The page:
News / Economy

South Africa Platinum Strike Cripples Mine Companies

FILE - A miner gestures as they gather at Wonderkop stadium outside the Lonmin mine in Rustenburg, northwest of Johannesburg, Jan. 30, 2014.
FILE - A miner gestures as they gather at Wonderkop stadium outside the Lonmin mine in Rustenburg, northwest of Johannesburg, Jan. 30, 2014.
Hope for a settlement this week of South Africa's prolonged platinum miners strike was dashed when the country's largest mining union boycotted a meeting chaired by South Africa's deputy president.
 
Thousands of platinum mine workers belonging to the country’s largest mining union, the Association of Mineworkers and Construction Union (AMCU), went on strike on January 23 demanding a monthly basic salary of $1,181. A series of talks to end the strike has so far failed.
 
On Thursday, South African Deputy President Kgalema Motlanthe convened a meeting of all stakeholders to discuss peace and stability in the entire mining sector. However, AMCU boycotted the meeting and instead marched to the Impala Platinum Mine headquarters in Johannesburg to demand better wages.
 
Union leader Joseph Mathunjwa vowed to keep the workers on strike until their demands were met. He had no kind words for the mine bosses.
 
"Some of them, they have never even, been to those underground harsh conditions that we are facing 365 days, but they are walloping immense salaries. Why?" asked Mathunjwa.
 
South Africa's Minerals Resources Minister, Suzan Shabangu, made a passionate call for all involved to bring the strike to an end.
 
"The situation is highly destitute (desperate), indeed we would like to see parties being able to resolve the matter. As we know that this strike is not only hurting the workers it’s hurting the country too. We really want a resolution… to the strike itself," said Shabangu.
 
Economists have warned that the strike is already having a negative impact on both the mining industry and the economy at large. So far, platinum mines have lost over $944 million in revenue while workers have lost $378 million in salaries.
 
Kevin Lings, an economist from the investment firm Stanlib, said continuation of the strike could collapse the mining sector.
 
"It’s very difficult for business to move forward, when you have got this much labor unrest, whether its mining or manufacturing, it’s usually disruptive to business to have this much labor unrest, and obviously we need to implement policy more effectively from a government perspective, in terms of infrastructure development," said Lings.
 
The strike is taking a toll on companies and workers alike. Lonmin, a giant platinum mine, recently asked its non-striking workers to go on leave, saying this will cut costs and help the company to survive.
 
With mining contributing about 20 percent of South Africa’s gross domestic product (GDP), Leon Louw, Executive Director at the Free Market Foundation, an economic think tank, said the economy is taking a beating.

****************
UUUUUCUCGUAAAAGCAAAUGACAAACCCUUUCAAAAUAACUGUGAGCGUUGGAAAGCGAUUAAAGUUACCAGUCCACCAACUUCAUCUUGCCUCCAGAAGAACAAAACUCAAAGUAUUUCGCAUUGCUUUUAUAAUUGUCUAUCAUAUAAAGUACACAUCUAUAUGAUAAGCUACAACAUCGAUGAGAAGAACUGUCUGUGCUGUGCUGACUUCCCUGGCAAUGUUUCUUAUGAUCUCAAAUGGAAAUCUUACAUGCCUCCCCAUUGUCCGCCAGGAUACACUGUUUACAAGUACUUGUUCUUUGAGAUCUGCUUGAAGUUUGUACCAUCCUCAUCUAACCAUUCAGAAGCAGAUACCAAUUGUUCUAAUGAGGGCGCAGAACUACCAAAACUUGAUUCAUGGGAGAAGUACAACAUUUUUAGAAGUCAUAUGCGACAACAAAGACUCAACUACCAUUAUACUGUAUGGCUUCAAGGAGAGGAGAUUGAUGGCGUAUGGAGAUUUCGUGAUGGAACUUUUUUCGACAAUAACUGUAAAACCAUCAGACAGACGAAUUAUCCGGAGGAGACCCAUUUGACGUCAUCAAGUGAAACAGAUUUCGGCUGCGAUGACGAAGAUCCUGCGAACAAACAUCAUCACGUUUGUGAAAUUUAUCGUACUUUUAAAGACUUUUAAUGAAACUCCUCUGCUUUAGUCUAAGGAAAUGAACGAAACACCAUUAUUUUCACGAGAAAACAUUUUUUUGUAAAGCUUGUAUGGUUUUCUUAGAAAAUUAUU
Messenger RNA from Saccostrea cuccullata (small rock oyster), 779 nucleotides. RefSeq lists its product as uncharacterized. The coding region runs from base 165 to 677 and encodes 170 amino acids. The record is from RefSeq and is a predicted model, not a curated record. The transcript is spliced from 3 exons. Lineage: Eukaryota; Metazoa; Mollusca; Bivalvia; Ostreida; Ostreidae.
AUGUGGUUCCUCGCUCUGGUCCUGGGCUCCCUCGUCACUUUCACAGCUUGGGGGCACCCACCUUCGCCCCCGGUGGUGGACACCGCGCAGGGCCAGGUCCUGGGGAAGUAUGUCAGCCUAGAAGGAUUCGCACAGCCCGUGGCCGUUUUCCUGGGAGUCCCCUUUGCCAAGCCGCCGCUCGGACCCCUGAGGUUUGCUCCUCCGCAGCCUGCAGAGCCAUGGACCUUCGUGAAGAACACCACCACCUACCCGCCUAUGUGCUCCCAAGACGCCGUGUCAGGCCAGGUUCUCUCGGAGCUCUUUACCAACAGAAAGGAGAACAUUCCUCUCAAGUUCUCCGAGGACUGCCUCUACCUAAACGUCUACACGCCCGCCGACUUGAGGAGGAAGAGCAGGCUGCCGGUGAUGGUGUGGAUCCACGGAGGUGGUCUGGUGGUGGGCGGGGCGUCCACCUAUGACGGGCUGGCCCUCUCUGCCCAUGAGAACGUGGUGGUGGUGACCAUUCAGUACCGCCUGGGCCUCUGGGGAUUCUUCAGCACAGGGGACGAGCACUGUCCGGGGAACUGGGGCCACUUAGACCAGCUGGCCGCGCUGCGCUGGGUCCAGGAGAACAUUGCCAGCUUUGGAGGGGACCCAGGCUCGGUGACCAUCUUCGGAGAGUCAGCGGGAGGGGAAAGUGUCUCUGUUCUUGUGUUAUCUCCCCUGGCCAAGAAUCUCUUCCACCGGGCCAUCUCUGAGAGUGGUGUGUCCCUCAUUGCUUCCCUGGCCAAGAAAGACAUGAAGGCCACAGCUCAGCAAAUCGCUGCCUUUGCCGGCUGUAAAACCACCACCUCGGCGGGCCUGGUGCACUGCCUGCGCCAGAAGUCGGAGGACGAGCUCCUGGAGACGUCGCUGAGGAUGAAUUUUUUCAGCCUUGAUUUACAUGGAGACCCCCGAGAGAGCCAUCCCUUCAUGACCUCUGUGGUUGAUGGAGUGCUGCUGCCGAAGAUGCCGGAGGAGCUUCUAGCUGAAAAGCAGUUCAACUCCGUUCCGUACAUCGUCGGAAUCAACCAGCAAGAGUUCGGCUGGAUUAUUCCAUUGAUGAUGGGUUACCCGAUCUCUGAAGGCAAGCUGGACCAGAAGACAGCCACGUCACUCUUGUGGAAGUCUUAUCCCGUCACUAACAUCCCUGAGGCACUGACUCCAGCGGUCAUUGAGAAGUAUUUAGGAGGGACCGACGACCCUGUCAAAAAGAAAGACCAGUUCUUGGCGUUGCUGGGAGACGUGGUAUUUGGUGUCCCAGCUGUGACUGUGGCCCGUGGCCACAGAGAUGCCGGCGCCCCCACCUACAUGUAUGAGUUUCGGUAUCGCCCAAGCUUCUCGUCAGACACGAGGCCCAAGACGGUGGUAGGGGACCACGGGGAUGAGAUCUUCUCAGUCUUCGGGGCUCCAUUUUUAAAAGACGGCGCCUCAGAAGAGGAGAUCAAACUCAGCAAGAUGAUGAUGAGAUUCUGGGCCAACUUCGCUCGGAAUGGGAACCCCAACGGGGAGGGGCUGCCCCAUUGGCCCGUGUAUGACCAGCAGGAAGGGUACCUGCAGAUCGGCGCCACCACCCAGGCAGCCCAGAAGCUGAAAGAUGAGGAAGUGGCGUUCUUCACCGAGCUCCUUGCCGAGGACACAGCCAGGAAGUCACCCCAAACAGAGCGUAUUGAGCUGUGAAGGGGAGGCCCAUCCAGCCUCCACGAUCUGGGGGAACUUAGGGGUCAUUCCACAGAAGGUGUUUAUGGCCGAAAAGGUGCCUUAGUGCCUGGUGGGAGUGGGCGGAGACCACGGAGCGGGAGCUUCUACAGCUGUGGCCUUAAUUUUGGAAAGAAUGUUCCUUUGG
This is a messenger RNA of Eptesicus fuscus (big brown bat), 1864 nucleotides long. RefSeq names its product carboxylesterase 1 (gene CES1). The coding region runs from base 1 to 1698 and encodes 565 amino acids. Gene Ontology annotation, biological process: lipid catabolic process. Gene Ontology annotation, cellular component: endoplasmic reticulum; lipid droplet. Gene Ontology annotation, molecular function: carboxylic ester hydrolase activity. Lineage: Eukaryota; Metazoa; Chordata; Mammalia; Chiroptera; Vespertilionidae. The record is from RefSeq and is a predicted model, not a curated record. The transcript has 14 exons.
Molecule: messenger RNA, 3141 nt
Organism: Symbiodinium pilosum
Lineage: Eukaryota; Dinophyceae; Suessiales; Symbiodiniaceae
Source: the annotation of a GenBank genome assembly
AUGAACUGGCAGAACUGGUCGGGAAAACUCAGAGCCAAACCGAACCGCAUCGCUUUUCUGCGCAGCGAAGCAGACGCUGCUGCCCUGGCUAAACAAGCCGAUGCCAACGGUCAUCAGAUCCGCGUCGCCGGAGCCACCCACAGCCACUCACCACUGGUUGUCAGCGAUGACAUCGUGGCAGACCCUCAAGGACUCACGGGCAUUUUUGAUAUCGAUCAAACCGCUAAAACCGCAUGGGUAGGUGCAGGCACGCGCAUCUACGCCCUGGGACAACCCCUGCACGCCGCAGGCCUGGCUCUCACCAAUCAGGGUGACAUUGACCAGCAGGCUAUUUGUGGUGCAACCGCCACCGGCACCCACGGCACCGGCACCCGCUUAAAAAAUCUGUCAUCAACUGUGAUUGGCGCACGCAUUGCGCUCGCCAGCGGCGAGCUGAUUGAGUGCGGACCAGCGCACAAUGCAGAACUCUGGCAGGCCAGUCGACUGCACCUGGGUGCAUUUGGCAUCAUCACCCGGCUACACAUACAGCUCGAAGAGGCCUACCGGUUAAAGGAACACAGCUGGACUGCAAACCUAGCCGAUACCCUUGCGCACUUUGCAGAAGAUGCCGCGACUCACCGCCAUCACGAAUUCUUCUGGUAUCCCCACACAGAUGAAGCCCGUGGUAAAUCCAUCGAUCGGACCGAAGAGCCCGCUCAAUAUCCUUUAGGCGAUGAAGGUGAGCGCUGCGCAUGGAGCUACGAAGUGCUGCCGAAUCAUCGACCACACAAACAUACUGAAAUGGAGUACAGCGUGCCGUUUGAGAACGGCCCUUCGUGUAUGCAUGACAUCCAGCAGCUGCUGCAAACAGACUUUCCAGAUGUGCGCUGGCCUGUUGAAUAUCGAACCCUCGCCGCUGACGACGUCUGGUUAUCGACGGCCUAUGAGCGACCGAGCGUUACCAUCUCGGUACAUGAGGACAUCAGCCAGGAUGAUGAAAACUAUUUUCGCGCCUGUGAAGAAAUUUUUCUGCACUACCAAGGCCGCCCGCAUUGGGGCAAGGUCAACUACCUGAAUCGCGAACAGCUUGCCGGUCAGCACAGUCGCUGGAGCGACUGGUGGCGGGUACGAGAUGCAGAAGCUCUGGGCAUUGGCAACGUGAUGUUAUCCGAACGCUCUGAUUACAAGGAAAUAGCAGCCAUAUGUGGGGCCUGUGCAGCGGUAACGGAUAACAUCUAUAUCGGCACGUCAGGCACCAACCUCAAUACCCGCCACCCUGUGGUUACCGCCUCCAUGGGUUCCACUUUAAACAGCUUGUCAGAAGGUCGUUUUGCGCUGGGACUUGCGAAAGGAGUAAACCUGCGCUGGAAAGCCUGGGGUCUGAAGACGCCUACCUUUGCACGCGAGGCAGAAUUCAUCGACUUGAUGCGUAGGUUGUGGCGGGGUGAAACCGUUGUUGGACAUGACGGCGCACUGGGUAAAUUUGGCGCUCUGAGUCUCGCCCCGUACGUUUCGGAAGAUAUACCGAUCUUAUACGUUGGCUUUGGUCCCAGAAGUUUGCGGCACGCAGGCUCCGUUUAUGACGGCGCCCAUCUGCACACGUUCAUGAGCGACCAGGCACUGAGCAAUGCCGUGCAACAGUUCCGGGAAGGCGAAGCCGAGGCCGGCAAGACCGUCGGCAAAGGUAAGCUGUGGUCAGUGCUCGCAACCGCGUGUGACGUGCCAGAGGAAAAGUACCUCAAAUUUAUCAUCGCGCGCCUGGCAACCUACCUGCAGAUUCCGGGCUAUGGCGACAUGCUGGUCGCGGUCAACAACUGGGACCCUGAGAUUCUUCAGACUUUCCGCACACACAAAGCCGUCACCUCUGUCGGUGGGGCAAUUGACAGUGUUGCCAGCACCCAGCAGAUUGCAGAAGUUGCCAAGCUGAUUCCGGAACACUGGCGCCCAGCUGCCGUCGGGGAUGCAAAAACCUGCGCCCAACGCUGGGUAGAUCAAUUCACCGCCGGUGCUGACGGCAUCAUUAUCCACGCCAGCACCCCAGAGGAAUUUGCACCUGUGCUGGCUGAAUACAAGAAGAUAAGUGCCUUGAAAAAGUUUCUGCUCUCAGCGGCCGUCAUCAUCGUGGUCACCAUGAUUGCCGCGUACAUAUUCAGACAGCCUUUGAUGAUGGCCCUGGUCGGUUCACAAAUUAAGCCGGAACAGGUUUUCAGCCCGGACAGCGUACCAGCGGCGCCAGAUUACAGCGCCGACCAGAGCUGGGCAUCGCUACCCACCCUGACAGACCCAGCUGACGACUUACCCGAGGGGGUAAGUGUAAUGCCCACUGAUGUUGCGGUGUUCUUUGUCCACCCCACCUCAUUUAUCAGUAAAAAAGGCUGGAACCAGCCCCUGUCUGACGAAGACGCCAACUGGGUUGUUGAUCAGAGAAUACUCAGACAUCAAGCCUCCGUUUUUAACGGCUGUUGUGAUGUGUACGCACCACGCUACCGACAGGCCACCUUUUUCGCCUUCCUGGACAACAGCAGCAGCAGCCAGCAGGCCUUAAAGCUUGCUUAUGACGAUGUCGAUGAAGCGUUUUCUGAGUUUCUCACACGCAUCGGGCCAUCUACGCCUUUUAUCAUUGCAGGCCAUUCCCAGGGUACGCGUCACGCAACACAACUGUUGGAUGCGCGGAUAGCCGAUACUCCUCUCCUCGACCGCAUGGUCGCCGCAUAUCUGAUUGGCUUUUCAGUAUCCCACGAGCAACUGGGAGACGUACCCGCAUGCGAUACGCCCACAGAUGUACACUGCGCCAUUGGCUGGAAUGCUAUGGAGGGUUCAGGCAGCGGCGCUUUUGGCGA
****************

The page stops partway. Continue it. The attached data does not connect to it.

"The South African economy, is now stagnating, or growing at very, very low rates. This is all very tragic, very sad and very serious and not being taken nearly seriously enough by most commentators and by the government in particular," said Louw.
 
Daryl Glaser, Head of Department of Political Studies at the University of Witwatersrand, said the government’s failure to properly resolve issues in the mining sector and the economy at large could haunt the ruling African National Congress in the coming elections.
 
"The dissatisfaction with the ANC is potentially providing recruits to new and breakaway political parties. They potentially find recruits in workers who are unhappy. It remains to be seen how much advantage they are going to be able to take of the dissatisfaction," said Glaser.
 
With only a few weeks left before South Africa's national elections on May 6, it is not clear how long the government can afford to wait as the platinum sector strike punishes workers, business and the economy.

You May Like

Will Cuba Follow the Southeast Asia Model?

Decision to restore ties between US and Cuba has some debating whether it will lead to an enhancement or regression of democracy on the Communist island nation More

Kenyan Designer Finds Her Niche in Fashion Industry

‘Made in China’ fabrics underlie her success More

Report: CIA, Israel's Mossad Killed Senior Hezbollah Commander

The Washington Post story says Imad Mughniyah was killed instantly by a bomb "triggered remotely" from Tel Aviv by Mossad agents More

Featured Videos

Your JavaScript is turned off or you have an old version of Adobe's Flash Player. Get the latest Flash player.
Jefferson's Library Continues to Impress, 200 Years Lateri
X
Deborah Block
January 31, 2015 12:12 AM
Two hundred years after the U.S. Congress purchased a huge collection of books belonging to former President Thomas Jefferson, it remains one of America’s greatest literal treasures and has become the centerpiece of Washington’s Library of Congress. VOA’s Deborah Block reports.
Video